WHite Towns of Andalucia


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Europe » Spain » Andalusia
July 30th 2015
Published: July 30th 2015
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Having crossed the Med from Tangiers to Algeciras we hired a car and began our second holiday in Andalucia. Five days with a car took us around a variety of the White Towns and a day on the Costa de la Luz, south of Cadiz. Enjoyed being up in the hills visiting and staying in some small towns and villages. All seem to wind down steep cobbled streets with pretty whitewashed buildings, flowerpots and very tight corners to negotiate in a car. Small local bullrings, tapas for lunch and very quiet. Grazelma village had had its bull run through the town two days before we were visited and there were still big barriers to ensure the bulls only went down certain streets.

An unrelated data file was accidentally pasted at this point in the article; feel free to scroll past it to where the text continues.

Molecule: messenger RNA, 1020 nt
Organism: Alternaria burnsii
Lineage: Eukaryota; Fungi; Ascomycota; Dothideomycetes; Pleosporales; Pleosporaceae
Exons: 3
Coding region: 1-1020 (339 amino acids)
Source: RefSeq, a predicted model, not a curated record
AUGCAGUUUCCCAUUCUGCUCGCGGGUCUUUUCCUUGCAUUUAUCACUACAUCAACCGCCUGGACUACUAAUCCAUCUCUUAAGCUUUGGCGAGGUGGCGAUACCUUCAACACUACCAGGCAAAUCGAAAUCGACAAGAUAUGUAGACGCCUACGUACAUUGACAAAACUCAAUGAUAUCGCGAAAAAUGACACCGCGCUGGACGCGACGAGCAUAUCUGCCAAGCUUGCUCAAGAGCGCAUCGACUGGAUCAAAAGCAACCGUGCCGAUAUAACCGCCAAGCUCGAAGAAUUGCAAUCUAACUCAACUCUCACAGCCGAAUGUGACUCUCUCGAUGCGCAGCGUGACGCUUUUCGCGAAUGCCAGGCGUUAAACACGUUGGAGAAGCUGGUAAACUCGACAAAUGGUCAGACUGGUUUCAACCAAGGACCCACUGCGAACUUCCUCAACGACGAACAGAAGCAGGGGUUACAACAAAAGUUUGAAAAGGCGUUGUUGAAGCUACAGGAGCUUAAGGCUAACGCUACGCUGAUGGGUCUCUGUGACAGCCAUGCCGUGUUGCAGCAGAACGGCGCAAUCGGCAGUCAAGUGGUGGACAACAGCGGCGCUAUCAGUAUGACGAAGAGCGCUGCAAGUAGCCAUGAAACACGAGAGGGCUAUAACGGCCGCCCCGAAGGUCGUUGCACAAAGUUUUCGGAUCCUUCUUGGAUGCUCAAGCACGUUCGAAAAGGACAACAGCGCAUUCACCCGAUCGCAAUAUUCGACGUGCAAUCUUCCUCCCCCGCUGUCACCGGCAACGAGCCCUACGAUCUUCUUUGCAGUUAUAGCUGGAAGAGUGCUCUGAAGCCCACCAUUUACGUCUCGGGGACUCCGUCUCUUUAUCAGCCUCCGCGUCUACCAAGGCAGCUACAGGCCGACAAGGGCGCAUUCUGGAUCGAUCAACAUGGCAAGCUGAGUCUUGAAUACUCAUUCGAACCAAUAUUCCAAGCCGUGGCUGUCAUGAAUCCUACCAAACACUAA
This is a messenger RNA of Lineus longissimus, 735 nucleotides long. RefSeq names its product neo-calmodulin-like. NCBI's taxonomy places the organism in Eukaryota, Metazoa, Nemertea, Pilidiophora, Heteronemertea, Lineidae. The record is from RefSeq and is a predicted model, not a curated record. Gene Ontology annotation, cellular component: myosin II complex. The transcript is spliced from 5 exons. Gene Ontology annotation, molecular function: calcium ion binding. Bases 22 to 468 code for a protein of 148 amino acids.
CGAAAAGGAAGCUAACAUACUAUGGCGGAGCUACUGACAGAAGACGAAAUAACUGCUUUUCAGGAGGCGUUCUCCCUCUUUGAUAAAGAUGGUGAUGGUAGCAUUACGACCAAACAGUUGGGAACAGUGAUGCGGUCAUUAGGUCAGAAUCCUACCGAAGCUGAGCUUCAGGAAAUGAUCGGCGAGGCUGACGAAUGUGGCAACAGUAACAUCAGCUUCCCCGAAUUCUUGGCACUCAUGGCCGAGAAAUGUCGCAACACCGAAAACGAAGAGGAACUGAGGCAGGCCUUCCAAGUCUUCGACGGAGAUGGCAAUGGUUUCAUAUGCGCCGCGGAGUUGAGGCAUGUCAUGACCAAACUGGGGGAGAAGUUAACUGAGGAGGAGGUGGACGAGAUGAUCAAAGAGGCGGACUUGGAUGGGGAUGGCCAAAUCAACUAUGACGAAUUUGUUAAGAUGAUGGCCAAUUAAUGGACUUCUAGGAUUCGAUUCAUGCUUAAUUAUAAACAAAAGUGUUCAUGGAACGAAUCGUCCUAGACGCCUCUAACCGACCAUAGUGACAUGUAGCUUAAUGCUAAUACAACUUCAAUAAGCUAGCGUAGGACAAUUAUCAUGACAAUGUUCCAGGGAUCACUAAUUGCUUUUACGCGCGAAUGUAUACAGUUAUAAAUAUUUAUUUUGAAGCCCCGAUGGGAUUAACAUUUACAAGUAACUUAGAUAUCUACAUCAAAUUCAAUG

Enjoyed some walks in the Parque Natural Sierra de Grazelma, along a river, down a Roman road and up into the hills. Enjoyed sitting eating lunch out in the hills watching huge griffon vultures circling way up overhead and the occasional peregrine falcon flying past, and a few bee-eaters sitting on telegraph wires too. Did a guided tour of the Roman ruins at Ocuris, bubbly archaeologist showed us around the hill top ruins some of which are in amazing condition, particularly the mausoleum and the baths. The drive down to the coast took us through dense cork oak forests, many trees have their bark removed in the lower part for cork.

Ronda town is special with its magnificent “New” bridge spanning the very steep and deep gorge that separates one part of town from another. Enjoyed a tour of the famous bullring there, impressive building and good museum, gave a real sense of what it would be like to be out there with massive creatures behind the strongly gated stables. Wandering around the old town is pleasant with its grand buildings and narrow lanes. Shockingly touristy after all of the other pretty places we had visited.

Even more touristy was the coast! Packed with people, of course. Enjoyed walking out to the Faro de Trafalgar lighthouse and looking down on the bay where the Battle of Trafalgar had taken place. Surprisingly little information about the battle.


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